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At Home on the Kazakh Steppe: A Peace Corps Memoir Paperback – April 3, 2015
The Amazon Book Review
Author interviews, book reviews, editors picks, and more. Read it now
At Home on the Kazakh Steppe is memoir writing at its best--moving, informative and deeply insightful. ...
I recommend this book ... to everyone interested in the transformative effects of travel and immersion in foreign cultures. Buy this book--you won't regret it!
From the Back Cover
When a mid-fifties grandmother follows her husband of just three years into the Peace Corps, she leaves behind a promising new career, her home, two brand-new grandbabies, and her beloved dog. Assigned to Kazakhstan, a Central Asian country finding its own way after generations under Soviet rule, she too must find a way to be in a world different from what she knew. Feeling the stresses of a difficult new language, surprising cultural differences, and unexpected changes in her husband, Givens questions the loss of all she's given up. Will it be worth it?
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Janet has woven several narratives masterfully into this multilayered story to create an engaging and intriguing memoir about her two years in the Peace Corps. The first narrative is the story of a married couple who sell everything and strike out for a foreign land to teach English by joining the Peace Corps The second narrative is the changing dynamic between a husband and a wife who are placed in unknown territory and forced to cope with their own individual responses and the preservation of their relationship. The third narrative is a glimpse into the culture and politics of the Kazakhstan people. The fourth narrative is the transformation that occurs within the narrator as she adjusts to the cultural differences and develops a deep bond with the people and the country.
Janet’s descriptions of the people and the country are so rich in detail that I feel I am right there with her. Her reflections and introspection bring her reader deep into her experience. Her writing is fluid and her voice is authentic and believable, laced with a delightful sense of humor which kept me turning the pages. Her love for the people shines through and I was captivated by their kindness and generosity.
Reading this Peace Corps memoir was enriching, educational and enjoyable. I highly recommend it
More important, however, is the book’s gentle but insistent message that the differences between cultures are so much less important than the similarities among people everywhere. Janet is particularly deft at creating a narrative arc across the two years’ of her stay in Kazakhstan in which customs and mannerisms that seemed jarring or simply “foreign” in the beginning came to seem charming and wonderfully universal at the end. Very skillful indeed.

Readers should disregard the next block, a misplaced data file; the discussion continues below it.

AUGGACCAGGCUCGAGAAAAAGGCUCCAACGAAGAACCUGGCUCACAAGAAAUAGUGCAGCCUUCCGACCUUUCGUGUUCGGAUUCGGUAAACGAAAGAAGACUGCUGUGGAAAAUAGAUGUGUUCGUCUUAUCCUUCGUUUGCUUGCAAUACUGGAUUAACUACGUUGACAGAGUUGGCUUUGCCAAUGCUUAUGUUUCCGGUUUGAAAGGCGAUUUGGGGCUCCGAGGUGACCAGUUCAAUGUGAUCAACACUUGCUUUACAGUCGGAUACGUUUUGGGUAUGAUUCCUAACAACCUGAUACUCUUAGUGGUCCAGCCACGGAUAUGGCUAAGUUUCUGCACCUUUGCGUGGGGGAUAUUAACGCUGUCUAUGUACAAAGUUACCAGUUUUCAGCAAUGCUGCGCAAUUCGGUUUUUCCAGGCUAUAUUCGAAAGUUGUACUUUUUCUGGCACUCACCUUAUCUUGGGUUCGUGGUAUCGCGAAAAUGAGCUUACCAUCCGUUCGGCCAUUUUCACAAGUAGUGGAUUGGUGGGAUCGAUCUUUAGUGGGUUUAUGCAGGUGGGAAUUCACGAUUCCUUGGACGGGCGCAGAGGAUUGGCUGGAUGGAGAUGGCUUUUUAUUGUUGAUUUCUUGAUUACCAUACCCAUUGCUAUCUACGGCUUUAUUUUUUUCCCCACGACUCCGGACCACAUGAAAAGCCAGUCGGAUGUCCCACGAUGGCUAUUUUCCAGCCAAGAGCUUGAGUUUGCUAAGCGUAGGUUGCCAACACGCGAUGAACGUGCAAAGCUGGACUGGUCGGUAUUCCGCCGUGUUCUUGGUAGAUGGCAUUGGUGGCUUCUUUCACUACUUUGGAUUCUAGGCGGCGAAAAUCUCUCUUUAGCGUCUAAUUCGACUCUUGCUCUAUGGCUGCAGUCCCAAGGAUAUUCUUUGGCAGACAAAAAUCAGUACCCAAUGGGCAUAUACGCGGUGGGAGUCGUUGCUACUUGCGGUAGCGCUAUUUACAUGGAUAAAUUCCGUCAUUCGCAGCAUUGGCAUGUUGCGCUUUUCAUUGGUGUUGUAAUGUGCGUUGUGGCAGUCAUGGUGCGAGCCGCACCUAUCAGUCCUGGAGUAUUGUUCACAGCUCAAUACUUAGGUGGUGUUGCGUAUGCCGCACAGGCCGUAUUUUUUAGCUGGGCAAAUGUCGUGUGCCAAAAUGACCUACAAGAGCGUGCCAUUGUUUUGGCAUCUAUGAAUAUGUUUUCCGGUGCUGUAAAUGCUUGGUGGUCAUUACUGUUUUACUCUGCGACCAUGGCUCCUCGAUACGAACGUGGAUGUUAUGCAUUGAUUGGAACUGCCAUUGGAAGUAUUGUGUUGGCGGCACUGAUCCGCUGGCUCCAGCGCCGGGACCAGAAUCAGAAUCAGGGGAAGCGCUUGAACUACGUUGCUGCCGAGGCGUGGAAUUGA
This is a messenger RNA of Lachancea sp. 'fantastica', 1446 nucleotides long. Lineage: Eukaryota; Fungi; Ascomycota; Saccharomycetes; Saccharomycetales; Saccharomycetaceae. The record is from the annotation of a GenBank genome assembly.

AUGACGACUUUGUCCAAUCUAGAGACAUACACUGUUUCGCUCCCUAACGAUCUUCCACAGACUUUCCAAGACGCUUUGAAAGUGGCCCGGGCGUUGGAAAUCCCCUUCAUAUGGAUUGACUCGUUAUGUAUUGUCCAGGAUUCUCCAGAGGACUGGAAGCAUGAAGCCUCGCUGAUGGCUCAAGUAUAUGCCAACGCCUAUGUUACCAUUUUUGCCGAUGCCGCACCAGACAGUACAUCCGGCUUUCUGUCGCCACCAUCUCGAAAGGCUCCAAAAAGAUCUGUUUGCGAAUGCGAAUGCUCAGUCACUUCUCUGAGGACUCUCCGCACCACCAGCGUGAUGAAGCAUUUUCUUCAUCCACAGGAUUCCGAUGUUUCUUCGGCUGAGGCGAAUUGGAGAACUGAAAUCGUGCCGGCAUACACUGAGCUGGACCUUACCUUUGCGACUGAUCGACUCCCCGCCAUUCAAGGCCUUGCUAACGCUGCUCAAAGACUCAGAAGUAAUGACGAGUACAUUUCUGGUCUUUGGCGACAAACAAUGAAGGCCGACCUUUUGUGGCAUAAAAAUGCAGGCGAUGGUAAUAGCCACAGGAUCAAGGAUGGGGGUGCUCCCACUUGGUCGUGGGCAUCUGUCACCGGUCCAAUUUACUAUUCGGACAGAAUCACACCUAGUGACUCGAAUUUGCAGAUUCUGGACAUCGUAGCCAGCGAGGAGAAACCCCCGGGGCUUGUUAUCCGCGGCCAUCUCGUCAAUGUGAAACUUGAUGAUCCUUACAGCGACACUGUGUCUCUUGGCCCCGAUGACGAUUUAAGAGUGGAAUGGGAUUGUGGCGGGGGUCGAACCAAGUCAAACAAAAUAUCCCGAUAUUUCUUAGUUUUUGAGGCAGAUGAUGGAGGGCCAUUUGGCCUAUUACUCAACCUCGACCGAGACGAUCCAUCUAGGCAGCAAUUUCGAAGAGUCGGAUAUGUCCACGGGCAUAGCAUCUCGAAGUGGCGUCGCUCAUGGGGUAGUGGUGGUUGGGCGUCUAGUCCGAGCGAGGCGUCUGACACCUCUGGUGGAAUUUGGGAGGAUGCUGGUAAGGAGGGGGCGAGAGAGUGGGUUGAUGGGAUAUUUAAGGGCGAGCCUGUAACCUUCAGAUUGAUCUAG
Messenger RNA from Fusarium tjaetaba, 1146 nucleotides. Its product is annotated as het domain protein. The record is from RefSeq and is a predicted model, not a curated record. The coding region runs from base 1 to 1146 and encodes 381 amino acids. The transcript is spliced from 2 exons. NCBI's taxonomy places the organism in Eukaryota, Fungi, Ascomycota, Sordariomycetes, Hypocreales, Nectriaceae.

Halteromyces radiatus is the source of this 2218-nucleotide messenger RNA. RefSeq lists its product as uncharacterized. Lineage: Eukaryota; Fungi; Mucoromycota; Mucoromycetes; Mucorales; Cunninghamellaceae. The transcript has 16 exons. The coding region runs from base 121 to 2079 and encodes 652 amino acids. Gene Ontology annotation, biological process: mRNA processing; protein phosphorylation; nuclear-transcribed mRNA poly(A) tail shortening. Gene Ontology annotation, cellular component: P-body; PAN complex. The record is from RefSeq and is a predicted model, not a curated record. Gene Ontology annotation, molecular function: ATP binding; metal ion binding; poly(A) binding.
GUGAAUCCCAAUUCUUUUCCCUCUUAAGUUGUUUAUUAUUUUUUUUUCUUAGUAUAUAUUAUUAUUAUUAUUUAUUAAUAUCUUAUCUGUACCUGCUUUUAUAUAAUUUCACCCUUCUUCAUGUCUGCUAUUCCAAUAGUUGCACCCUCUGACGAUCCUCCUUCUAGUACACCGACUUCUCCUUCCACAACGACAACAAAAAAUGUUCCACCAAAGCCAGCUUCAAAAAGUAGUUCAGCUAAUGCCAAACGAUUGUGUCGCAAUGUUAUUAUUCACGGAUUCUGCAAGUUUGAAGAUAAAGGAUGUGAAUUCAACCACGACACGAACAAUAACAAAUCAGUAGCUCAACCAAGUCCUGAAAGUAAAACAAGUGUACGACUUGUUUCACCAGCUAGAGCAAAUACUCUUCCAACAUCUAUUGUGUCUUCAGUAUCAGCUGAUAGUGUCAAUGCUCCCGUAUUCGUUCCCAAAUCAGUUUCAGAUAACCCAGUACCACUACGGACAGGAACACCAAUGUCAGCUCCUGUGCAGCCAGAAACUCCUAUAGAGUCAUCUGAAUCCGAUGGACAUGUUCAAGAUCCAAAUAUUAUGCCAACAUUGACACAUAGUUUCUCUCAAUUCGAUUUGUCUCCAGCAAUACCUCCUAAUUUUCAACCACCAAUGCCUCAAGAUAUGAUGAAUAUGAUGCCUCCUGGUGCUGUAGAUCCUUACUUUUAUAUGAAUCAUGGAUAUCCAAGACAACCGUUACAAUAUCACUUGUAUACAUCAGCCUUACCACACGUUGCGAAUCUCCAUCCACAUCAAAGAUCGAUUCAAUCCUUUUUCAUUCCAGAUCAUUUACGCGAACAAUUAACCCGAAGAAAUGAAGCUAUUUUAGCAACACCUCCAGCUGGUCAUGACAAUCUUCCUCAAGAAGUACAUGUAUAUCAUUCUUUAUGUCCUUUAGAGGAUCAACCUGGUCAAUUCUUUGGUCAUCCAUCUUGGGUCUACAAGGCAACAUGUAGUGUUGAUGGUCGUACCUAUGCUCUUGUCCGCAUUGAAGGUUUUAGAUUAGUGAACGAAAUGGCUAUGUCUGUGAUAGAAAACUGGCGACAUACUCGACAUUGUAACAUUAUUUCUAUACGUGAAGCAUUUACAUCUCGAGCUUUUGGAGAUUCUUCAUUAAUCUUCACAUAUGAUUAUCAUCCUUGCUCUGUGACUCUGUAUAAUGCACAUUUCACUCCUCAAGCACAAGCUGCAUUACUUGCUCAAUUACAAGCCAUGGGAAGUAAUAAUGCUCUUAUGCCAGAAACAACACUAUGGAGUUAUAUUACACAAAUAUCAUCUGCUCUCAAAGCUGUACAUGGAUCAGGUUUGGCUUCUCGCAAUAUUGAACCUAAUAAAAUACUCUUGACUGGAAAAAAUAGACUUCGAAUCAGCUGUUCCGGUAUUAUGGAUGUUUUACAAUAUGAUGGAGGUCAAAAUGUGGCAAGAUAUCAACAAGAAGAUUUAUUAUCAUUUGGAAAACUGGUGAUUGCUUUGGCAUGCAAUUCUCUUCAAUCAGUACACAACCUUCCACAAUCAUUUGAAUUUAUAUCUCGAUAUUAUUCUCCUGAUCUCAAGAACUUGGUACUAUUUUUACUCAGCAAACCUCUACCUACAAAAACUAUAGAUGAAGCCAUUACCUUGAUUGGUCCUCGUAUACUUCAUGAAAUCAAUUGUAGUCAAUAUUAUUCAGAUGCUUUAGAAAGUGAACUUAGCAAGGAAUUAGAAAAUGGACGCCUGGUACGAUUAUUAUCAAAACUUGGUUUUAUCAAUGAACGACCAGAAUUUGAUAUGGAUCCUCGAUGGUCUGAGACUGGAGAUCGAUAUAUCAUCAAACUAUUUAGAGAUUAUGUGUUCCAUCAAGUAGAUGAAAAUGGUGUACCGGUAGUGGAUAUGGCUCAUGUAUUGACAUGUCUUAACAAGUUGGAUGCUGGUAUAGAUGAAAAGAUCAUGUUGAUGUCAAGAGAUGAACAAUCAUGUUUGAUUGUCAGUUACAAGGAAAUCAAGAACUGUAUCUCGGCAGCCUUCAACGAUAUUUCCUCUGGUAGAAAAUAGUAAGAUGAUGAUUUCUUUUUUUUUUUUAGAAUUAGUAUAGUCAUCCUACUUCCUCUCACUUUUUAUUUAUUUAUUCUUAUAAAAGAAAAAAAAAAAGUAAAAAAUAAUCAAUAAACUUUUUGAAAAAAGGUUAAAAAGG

I recommend this book not only to people interested in Kazakhstan and former-Soviet countries, but to everyone interested in the transformative effects of travel and immersion in foreign cultures. Buy this book—you won’t regret it!
There is just so much else to comment on...from the premise of the Peace Corps work, to the selection of the assignment... the host families and friends befriended, the students, the Kazakhstan tapestry...just so much that I'm sure many scenes will be with me forever. Two scenes however, really resonated. It was the second host family, and the visit with friends where in both instances I, too, wondered what nonverbal cues were the families picking up, and how they were being interpreted that created the disconnect.
Above all, this was simply a book I struggled to put down. Any reader who enjoys travel memoirs, or who are interested in Peace Corps work, will find this memoir a delightful true page-turner. Highly recommended.
The writing is brisk, frequently humorous, and also philosophical without being ponderous. The excellent quotes about travel and perception show that the author has let the experience settle in the mind and heart, connecting it with all her prior learning in psychology and sociology. We see her set goals, meltdown, reset, and finally learn to let the experience come to her rather than try to shape it around a preconceived narrative.
The only criticism I have is that the last chapters seemed too compressed. I wondered if some material was excised that might have helped the reader go even deeper into the transformation experience. Nevertheless, the story satisfies and teaches.
I will always think of this book whenever I encounter references to Kazakhstan. It was a riveting read.